1. Docks passing PD power with removable cables. You need DC input for such. More in this article. tl;dr: every cable, including the one between the hub and the device has a loss, if it’s captive and short then the loss can be calculated, otherwise you’d need to do boost power and do full power delivery renegotiation which most hubs don’t do.
  2. Magnetic cables not only violate specifications but pose immense danger to the host: they expose the pins the normal connector hides within a grounding shroud (note how DisplayPort, HDMI, USB and more has this general design) and a static discharge might fry the device.
  3. Sometimes when trying to escape the bandwidth limits you will find docks utilizing something called DisplayLink. The biggest tell of it is the ability to run video from a USB 3.0 (aka USB A port). These are good for running for office apps but not much else. Gaming will especially suck. In general, you should avoid these. Disappointment is almost guaranteed.

August 28, 2020

There are two modules providing lat/lon storage in Drupal 8/8: geolocation and geofield. I went with geofield simply because geocluster is using it. geocluster clusters on the server side and that lets you display an astonishing amount of elements on a single map. While geolocation is mostly a single module, there’s an entire family of modules we will need here. Also, as far as I can tell, we are limited to leaflet here because I can’t find ready made geojson support for anything else.

  1. composer require drupal/geocluster drupal/views_geojson drupal/leaflet drupal/leaflet_geojson
  2. Add a geofield (NOT a geocluster — that’s a bug, a patch has been filed), I called it coordinates
  3. Add a view, no page, no block, nothing.
  4. leave the pager in place. We will remove it later.
  5. Add field Geocluster lat (coordinates). Leave aggregator settings on Group results together”.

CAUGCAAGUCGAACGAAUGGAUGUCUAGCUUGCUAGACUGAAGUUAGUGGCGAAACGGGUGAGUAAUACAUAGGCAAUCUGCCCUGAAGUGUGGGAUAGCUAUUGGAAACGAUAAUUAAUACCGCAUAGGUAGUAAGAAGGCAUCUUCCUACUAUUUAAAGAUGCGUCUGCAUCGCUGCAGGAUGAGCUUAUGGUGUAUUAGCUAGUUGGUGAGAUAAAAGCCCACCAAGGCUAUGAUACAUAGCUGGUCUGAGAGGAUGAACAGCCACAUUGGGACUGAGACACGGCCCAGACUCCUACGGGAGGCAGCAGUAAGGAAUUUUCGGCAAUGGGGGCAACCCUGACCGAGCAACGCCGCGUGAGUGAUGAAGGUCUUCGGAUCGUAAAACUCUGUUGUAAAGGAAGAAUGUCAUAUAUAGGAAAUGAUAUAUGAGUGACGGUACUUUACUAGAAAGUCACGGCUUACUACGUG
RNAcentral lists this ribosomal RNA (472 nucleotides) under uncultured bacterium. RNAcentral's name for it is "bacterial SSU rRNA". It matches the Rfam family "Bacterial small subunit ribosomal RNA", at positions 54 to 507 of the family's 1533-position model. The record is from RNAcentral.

6. Add field Geocluster lon (coordinates)
  7. Add field Geocluster result count (coordinates)
  8. Add field coordinates and exclude it from display
  9. Add title and exclude it from display. Set aggregator settings to GROUP_CONCAT”.
  10. Remove sort criteria.
  11. Now add a GeoJSON export and in settings click Enable geocluster for this search.
    1. Set Map Data Sources to Other: Lat/Lon Point
    2. Set Latitute field to Geocluster lat (coordinates)
    3. Set Longitude field to Geocluster lon (coordinates)
    4. Set Title field to Title.
  12. Now magic has happened! If you set up Views to show the query, you will see GROUP BY node__coordinates_coordinates_geocluster_index_1 is the only GROUP BY left. This is why it works at all.
  13. You can now remove the pager.
  14. Add a Views GeoJSON: Bounding box contextual filter
    1. Provide default value
    2. Type: Query Parameter
    3. Query parameter: bbox
    4. Fallback value: -180,-90,180,90
  15. The leaflet_geojson module provides a block which miraculously (well, based on the GeoJSON export) will pick up up our views and it’ll just work.

August 28, 2020

Our bug was views-view-field.html.twig coming back empty for the entity API field track_icon on the node 80136.
The template only prints the output variable.
Where is that coming from?

function template_preprocess_views_view_field(&$variables) {
  $variables['output'] = $variables['field']->advancedRender($variables['row']);

In FieldPluginBase::advancedRender I set a breakpoint

$values->_entity->id() == 80136 && $this->table == 'taxonomy_term__track_icon'

we hit my breakpoint exactly twice as expected because we print this node twice
the second time $raw_items = $this->getItems($values); comes back empty (not good!)